Looking at supply resiliency on case-by-case basis
Lau of NuHerbs said the demand spikes are exerting different pressures in various parts of the supply chain. The relative abundances and growing patterns of various plants makes it hard to make a generalization about whether the increase demand in 2020 and through into 2021 has pushed the market over some kind of watershed.
“I hate to say this because it seems like a cop out, but it’s so ingredient dependent. Some wild ingredients can survive a huge spike, whereas others can’t even sustain the current demand. I think it’s essential to work with your supply chain partners to understand the particular situation with a specific botanical. I am a huge fan of the FairWild organization, and of using their assessment plan to determine how much and how to wildcraft,” he said.
Market forces govern switch to cultivation
Gafner said ultimately market forces—as opposed to strictly horticultural ones—may be the determinant of which plants are developed in cultivation.
“My hope is that for those materials that are becoming scarce in the wild, farmers will make increased efforts to get them under cultivation. In reality, the push to move to cultivated materials depends on the ingredient of interest. As long as wild harvested plants are less expensive than cultivated materials, the motivation to buy cultivated plants is limited,” he said.
“Going back to rhodiola, this is one of the reasons why many manufacturers prefer buying wild harvested since the price is substantially lower. In some instances, it’s also not so easy to start cultivating plants – for example, there have been some efforts to cultivate saw palmetto outside the southeastern United States, but these efforts have never proven economically worthwhile,” he added.
Getting the bioactives right
An added complication with cultivation is to ensure that the resulting material doesn’t just look like the wild grown forebear on the outside, but that it expresses the right suite of bioactive chemicals at the right concentrations so that it will have similar activity.
“There are still a number of plants where the ‘active constituents’ are not known, so the quality is measured by surrogate marker compounds,” Gafner said. During his time working with the personal care brand Tom’s of Maine, Gafner said the company had some success growing its own versions of wildcrafted ingredients, but it was much more art than science.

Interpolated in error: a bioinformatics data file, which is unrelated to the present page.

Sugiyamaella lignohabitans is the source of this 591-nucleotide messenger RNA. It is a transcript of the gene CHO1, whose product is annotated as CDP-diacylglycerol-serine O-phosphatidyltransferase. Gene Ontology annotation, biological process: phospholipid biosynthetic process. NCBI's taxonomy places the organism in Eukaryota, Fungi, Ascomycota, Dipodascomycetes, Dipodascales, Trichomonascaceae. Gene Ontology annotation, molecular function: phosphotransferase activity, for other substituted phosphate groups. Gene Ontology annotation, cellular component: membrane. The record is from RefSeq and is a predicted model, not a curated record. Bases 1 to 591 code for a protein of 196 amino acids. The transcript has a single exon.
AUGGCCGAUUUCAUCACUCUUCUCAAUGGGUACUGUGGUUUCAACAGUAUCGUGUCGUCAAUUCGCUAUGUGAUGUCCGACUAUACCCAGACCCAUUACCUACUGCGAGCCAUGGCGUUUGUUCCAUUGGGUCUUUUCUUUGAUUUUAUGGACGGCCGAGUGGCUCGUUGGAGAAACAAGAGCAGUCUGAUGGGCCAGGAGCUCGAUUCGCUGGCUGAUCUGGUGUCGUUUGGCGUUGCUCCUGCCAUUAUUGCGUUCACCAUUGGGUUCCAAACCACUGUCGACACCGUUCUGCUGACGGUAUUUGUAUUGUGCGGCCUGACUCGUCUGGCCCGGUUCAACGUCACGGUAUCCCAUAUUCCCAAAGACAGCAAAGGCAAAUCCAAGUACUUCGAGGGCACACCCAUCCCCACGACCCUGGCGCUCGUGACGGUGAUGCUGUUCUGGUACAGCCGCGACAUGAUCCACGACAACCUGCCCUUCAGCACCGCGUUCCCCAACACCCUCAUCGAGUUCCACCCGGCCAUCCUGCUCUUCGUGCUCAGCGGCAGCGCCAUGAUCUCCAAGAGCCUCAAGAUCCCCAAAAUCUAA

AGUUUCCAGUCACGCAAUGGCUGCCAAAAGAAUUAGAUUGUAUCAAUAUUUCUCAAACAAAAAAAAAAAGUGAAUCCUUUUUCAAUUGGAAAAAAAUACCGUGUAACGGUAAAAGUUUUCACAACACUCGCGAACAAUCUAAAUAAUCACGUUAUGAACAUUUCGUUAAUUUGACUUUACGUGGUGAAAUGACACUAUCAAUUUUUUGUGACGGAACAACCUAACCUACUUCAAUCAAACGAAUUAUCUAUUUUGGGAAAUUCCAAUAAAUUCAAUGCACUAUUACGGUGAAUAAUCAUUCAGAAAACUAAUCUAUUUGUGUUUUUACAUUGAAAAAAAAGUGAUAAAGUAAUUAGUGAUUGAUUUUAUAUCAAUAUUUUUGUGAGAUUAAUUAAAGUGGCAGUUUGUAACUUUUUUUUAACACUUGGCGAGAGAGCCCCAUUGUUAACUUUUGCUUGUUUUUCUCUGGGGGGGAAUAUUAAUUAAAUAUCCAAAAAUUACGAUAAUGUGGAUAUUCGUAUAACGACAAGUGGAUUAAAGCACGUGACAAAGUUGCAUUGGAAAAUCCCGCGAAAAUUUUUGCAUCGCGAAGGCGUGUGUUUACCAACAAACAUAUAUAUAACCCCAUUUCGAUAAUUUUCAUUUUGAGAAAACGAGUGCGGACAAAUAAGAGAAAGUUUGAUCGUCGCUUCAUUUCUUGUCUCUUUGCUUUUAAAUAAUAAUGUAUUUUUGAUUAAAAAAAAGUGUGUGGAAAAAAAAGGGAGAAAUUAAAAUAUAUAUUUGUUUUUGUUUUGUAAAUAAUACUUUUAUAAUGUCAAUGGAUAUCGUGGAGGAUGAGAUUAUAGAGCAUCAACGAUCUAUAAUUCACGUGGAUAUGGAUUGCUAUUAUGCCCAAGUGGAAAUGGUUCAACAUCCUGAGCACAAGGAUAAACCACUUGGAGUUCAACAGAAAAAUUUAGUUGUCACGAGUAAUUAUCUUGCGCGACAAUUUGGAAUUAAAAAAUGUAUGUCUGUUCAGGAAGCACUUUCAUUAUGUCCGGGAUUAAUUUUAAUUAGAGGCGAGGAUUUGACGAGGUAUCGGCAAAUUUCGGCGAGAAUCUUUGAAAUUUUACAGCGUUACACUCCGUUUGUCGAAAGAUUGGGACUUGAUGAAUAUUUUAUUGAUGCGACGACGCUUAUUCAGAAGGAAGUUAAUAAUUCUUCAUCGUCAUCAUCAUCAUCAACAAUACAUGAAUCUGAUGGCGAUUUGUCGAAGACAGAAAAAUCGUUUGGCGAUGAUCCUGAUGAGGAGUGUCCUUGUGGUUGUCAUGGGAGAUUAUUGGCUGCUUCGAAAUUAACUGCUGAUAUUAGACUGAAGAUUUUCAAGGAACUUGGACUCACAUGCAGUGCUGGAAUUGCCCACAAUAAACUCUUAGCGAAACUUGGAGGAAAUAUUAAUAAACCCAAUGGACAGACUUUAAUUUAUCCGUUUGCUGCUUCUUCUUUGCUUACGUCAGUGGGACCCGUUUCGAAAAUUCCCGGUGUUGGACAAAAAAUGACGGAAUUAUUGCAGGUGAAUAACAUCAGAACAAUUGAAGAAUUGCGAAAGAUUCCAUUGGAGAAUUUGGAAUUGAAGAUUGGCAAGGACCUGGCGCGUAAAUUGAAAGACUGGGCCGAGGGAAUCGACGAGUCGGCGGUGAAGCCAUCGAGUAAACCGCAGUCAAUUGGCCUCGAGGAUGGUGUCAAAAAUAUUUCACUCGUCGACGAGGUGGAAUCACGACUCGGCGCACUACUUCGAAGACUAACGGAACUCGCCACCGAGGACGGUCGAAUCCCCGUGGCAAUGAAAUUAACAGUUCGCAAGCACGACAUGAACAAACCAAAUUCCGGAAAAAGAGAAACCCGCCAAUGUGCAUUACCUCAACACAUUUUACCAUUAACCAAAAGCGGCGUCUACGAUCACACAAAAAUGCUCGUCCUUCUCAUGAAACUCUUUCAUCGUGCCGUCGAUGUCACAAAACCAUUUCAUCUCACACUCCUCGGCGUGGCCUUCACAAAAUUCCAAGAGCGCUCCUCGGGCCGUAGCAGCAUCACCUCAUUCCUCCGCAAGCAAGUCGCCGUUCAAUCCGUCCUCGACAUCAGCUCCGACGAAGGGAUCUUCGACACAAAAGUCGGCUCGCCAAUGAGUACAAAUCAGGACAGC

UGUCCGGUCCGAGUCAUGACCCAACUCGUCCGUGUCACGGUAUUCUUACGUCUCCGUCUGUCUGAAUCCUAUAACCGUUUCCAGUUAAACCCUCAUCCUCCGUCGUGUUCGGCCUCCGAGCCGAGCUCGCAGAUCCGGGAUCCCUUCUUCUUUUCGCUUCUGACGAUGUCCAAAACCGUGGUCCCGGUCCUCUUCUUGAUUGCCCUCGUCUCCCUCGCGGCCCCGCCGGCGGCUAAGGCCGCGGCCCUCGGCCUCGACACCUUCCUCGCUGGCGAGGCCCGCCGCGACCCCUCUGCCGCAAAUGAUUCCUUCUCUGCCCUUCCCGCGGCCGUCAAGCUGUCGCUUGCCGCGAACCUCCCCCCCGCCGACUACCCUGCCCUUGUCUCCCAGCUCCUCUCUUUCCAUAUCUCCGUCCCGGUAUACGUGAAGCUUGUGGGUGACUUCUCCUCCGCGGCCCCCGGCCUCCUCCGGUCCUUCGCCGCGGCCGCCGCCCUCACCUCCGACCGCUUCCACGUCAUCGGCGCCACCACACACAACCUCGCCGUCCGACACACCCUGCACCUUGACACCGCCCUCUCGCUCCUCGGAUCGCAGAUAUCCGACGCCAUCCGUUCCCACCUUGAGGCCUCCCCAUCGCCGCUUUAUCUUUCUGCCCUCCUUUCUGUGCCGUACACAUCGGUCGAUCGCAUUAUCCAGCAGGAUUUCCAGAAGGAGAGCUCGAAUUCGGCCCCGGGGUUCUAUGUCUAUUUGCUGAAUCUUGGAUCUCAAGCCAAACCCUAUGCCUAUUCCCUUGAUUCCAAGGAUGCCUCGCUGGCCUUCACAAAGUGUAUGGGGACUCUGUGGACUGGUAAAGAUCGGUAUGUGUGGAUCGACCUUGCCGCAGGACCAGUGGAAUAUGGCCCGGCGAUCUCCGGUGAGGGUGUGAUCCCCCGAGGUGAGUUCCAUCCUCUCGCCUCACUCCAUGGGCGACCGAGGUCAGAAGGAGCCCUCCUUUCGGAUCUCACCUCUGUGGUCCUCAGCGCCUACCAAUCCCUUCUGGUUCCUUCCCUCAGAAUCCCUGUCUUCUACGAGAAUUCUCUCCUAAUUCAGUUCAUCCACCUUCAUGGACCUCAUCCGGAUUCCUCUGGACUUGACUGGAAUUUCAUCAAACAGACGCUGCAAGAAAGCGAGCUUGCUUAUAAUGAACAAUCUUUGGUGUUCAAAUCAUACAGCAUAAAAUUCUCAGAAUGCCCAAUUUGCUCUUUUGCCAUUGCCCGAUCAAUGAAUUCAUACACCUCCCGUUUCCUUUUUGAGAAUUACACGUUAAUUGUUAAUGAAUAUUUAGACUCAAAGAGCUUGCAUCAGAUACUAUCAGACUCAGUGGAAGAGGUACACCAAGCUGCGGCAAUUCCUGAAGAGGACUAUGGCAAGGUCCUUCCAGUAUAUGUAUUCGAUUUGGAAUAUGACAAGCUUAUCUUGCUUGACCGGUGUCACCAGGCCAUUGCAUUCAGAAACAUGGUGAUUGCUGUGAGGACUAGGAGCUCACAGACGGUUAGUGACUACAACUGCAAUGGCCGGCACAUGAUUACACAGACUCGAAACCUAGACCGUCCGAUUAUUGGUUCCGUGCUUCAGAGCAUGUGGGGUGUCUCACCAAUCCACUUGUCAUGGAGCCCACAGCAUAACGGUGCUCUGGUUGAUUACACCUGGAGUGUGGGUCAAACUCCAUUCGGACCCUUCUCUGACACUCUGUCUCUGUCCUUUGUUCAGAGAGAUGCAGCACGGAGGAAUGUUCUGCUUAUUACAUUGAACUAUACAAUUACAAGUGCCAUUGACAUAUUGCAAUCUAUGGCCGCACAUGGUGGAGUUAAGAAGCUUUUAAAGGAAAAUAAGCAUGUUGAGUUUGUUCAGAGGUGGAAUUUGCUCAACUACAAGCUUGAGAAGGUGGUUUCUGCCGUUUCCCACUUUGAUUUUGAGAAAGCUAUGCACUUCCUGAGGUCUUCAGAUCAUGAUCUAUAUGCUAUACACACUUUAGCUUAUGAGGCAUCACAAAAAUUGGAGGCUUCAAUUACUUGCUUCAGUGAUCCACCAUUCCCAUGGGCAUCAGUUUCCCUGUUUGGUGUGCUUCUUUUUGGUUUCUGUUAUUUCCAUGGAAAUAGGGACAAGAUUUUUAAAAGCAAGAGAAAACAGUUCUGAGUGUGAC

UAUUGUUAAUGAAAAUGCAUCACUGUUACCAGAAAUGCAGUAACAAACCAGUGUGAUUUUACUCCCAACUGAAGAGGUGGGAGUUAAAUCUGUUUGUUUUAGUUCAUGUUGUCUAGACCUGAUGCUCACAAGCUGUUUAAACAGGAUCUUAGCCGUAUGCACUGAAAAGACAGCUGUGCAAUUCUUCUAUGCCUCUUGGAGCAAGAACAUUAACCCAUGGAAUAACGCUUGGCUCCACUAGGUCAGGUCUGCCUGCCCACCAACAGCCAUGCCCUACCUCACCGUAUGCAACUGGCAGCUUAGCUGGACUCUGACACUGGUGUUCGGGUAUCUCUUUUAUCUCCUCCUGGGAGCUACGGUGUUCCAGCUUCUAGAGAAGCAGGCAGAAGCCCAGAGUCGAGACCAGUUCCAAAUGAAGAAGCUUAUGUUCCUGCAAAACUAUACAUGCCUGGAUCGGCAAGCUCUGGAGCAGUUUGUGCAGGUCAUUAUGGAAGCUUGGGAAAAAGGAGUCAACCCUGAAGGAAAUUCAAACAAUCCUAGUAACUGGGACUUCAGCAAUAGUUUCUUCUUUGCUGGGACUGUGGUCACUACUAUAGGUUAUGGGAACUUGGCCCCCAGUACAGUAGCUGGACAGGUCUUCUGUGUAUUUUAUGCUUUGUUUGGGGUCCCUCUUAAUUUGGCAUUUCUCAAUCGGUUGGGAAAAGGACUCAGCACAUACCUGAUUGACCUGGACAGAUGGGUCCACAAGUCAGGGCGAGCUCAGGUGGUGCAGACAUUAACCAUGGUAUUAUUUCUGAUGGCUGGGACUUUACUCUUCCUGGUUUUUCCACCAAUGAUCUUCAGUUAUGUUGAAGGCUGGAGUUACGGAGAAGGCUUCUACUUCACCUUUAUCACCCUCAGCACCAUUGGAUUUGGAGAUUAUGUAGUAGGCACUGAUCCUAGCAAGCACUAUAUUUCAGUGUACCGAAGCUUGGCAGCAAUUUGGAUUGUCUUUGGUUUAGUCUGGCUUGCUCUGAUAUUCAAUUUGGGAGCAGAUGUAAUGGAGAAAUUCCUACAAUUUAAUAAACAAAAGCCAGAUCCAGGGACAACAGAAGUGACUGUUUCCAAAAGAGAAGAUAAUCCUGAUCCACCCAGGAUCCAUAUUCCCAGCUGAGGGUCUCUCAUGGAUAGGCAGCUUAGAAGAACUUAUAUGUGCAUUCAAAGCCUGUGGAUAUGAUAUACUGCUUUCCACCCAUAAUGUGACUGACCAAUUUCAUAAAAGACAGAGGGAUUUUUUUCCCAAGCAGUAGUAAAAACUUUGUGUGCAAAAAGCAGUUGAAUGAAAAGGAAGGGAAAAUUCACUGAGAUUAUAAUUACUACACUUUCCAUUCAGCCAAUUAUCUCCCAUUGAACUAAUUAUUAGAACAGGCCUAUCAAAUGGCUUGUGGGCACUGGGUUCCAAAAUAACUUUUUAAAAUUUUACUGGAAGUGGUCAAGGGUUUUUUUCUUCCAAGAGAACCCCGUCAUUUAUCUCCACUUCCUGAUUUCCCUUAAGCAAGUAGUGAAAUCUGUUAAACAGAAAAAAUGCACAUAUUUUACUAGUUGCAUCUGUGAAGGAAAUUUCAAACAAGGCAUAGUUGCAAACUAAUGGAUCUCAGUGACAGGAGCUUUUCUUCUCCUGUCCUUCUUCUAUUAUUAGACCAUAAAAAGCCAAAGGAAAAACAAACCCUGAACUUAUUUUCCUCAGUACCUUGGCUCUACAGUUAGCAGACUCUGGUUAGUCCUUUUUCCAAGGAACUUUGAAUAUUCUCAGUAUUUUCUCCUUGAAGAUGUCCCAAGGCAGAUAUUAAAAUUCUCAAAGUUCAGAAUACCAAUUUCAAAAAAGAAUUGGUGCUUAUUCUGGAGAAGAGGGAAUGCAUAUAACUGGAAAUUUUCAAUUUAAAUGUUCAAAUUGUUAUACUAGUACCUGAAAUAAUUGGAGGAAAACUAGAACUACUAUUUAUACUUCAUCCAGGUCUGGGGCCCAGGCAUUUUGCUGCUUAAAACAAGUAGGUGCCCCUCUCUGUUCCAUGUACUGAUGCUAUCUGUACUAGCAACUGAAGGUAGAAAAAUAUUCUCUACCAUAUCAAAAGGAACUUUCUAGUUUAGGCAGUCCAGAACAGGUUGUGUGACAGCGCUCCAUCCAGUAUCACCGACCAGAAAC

Lau said efforts to cultivate medicinal herbs tend to be more successful with annual plants, as there is no ‘aging’ process for these ingredients in which the plant can express higher concentrations of certain bioactive molecules.
“Annuals are harvested yearly or multiple times a year, versus something like ginseng, with which the bioactivity increases with time in the ground. For example, wild American ginseng can spend over 30 to 40 years in the ground versus cultivated material, which spends 3 to 4 years in the ground and if you are really ambitious, 5 years. It is just very different beast,” he said.
Lambert said her company has researched sourcing some herbs from cultivation suppliers. But care must be taken to ensure that the ingredients match up with the potency of wildcrafted items.
“When an herb is being grown in an ‘new’ geographic area, we have requested samples, made small batches of product with them, and have those comparatively tested to our traditional products at Rutgers University. A few examples over the years have been turmeric – where we had some local greenhouse growers with a good supply, but constituent levels were nowhere near our existing supplier. And in rhodiola, we evaluated rhodiola from many regions when we needed to replace a supplier. We evaluated Chinese sources, but only one North American supplier had rhodiola that was comparable to our previous supplier,” she said.
When a valuable ingredient becomes a pest
Lambert raised an additional issue, that being that bringing in plants from other regions can have unintended consequences.
“There are Asian herbs for which it would be great to have a domestic source. But the issue of them becoming a potential invasive species to our domestic plants has to be carefully managed,” she said.